"I’ve been divorced for twelve years, and whenever I’m with a guy now, I ask him if he’s clean—and not everyone does ask—and then I just have to trust him. I was with this guy and he was like "I’m clean, I’m clean," so we stopped using a condom. Well weeks later, I came to find out through conversation that he had also been with another woman the entire time we’d been seeing each other, and they hadn’t been using protection either. I mean, he and I had never talked about being exclusive, but—I thought we were. And the other woman he was seeing thought they were too, and she freaked out because it was her first relationship after her divorce. So he and I both got tested right away, and we’re fine, but still, it’s scary. You can be as responsible as you want, but at some point, you’re going to trust someone—and you should trust people—but there will always be some risk to that."
From the Field: Clinicians and Researchers
Marjan, age 43, Iran
"I work at a clinic in Iran. Once we had a woman come in who had eight children, and both she and her husband were not ready for more, at least not yet. She wasn’t sure how to prevent unwanted pregnancy, so we gave her a supply of condoms to bring home for her husband. A few months after that visit, her husband showed up, complaining of horrible stomach pains. We did some scans and decided we had to operate. What we found was incredible—hundreds of condoms in his intestines. Astonished, we realized that neither husband nor wife knew how to use the condoms, so he had been swallowing them with water. The necessity of taking the time to carefully explain, and in this case demonstrate, how to use existing prevention methods for family planning and STIs was never more apparent than at that moment. The reality was that neither this woman nor her husband had ever seen, let alone used, condoms. When it comes to people’s health and protection, you should never assume anything."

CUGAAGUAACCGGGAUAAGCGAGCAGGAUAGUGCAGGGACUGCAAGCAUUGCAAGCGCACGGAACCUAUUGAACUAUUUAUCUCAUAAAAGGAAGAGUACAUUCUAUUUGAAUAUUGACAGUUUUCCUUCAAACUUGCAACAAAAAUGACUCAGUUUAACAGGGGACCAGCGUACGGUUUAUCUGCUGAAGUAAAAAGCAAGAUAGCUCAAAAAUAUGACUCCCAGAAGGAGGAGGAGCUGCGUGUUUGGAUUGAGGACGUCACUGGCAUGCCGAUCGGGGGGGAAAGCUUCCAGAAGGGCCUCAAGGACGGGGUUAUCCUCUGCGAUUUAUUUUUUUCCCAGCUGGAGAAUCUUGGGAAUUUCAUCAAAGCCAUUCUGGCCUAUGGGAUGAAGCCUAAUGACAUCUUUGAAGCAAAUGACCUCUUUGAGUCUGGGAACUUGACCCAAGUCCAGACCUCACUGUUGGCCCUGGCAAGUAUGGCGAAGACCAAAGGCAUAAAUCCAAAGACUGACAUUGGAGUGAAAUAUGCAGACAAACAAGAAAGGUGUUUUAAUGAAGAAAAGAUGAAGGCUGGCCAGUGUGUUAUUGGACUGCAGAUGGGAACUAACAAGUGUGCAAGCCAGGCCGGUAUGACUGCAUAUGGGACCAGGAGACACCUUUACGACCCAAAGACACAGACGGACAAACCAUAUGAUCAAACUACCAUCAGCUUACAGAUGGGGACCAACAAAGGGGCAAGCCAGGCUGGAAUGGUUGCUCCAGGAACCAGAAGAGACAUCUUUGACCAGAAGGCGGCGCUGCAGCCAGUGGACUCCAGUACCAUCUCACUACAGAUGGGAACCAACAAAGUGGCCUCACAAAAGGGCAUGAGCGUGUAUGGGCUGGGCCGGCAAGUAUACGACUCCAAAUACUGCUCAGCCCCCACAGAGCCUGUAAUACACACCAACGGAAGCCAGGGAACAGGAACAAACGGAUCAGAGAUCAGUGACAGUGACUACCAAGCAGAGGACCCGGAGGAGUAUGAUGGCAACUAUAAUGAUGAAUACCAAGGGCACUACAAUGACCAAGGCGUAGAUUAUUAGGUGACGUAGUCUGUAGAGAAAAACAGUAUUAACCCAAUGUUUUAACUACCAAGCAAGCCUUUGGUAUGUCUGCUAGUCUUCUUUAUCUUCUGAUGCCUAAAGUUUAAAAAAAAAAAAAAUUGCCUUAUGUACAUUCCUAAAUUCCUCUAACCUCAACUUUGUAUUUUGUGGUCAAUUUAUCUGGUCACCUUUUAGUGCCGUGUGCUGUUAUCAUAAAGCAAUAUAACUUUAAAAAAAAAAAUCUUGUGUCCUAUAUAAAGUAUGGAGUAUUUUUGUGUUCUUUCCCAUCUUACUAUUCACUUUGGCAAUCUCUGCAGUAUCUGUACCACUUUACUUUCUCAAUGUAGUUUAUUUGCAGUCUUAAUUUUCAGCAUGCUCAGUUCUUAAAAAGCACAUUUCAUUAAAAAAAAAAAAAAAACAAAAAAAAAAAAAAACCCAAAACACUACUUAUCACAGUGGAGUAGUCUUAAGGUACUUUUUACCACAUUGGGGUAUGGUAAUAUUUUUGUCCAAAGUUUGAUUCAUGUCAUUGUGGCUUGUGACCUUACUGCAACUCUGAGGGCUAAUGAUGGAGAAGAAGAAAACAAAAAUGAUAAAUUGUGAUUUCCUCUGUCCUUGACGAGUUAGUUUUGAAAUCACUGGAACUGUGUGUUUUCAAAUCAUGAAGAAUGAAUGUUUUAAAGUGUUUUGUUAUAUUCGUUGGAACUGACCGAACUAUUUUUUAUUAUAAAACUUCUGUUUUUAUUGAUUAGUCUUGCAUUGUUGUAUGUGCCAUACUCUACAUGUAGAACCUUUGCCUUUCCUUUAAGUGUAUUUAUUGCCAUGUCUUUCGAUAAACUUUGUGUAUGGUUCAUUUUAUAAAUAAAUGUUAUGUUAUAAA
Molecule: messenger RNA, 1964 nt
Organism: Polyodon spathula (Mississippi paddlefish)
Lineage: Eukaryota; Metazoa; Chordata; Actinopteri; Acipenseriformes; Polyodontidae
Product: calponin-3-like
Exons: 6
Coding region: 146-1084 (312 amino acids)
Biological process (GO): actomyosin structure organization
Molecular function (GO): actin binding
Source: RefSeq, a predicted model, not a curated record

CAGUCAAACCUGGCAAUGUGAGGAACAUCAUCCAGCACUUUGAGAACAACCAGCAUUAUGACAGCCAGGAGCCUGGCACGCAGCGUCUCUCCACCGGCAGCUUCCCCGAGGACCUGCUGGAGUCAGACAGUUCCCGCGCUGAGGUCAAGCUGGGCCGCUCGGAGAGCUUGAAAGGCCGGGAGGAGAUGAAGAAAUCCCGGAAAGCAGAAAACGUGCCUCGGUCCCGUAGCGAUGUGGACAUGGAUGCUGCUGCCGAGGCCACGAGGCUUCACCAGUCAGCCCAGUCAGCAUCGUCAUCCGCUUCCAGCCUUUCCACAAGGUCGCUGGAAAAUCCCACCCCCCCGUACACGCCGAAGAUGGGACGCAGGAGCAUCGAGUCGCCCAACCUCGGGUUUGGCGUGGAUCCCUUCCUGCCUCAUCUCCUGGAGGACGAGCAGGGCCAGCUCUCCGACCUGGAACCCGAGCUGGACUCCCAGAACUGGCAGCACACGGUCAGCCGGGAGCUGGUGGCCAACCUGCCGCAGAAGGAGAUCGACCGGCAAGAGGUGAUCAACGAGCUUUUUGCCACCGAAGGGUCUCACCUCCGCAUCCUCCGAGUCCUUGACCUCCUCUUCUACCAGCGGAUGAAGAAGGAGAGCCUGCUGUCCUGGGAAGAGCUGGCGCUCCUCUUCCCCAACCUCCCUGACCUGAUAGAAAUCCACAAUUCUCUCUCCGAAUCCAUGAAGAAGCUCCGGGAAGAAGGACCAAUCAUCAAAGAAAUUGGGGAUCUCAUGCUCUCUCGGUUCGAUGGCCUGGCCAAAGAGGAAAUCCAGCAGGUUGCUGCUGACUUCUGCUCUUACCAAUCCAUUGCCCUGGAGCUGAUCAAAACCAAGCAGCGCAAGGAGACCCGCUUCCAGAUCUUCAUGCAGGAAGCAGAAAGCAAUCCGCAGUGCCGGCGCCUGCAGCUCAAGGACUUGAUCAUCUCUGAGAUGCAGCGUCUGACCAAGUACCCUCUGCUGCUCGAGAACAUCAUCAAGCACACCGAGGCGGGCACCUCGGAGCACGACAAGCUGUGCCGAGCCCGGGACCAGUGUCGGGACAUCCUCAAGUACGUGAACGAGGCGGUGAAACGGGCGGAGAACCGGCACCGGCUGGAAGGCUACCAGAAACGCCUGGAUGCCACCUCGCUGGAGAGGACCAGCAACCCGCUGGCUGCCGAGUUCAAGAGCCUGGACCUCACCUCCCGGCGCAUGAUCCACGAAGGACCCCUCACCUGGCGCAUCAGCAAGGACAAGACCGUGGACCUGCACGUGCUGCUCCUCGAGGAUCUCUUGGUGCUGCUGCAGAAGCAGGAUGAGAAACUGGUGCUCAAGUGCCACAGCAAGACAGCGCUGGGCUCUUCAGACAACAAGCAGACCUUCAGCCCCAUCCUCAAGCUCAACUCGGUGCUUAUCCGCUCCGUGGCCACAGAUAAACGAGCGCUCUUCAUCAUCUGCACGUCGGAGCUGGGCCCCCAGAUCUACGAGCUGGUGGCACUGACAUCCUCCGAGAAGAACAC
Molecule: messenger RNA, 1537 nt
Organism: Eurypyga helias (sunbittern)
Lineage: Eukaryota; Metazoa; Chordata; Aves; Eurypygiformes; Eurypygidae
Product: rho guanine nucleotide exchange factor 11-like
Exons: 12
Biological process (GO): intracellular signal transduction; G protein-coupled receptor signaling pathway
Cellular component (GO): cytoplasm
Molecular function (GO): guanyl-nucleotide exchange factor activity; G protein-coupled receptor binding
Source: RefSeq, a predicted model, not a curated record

Ben, age 39, Kenya
"I spend time in a clinic in Western Kenya. I see these women come in, most of whom are HIV infected, and I hear their stories. And I know that it is possible to actually bring down the level of new HIV infections around the world to near zero, and it is possible to empower women to take control of their health. What we’re trying to do is to make the easy choice the healthy choice. A woman should be able to go to her local shop and choose a product that suits her best—ideally there would be a multitude of products—that would either prevent HIV, bacterial vaginosis, and other STIs as well as prevent pregnancy or only prevent STIs if she was trying to get pregnant. These products will take time to get on the market—maybe a decade or more—but what we care about is just that they get there and start making a difference."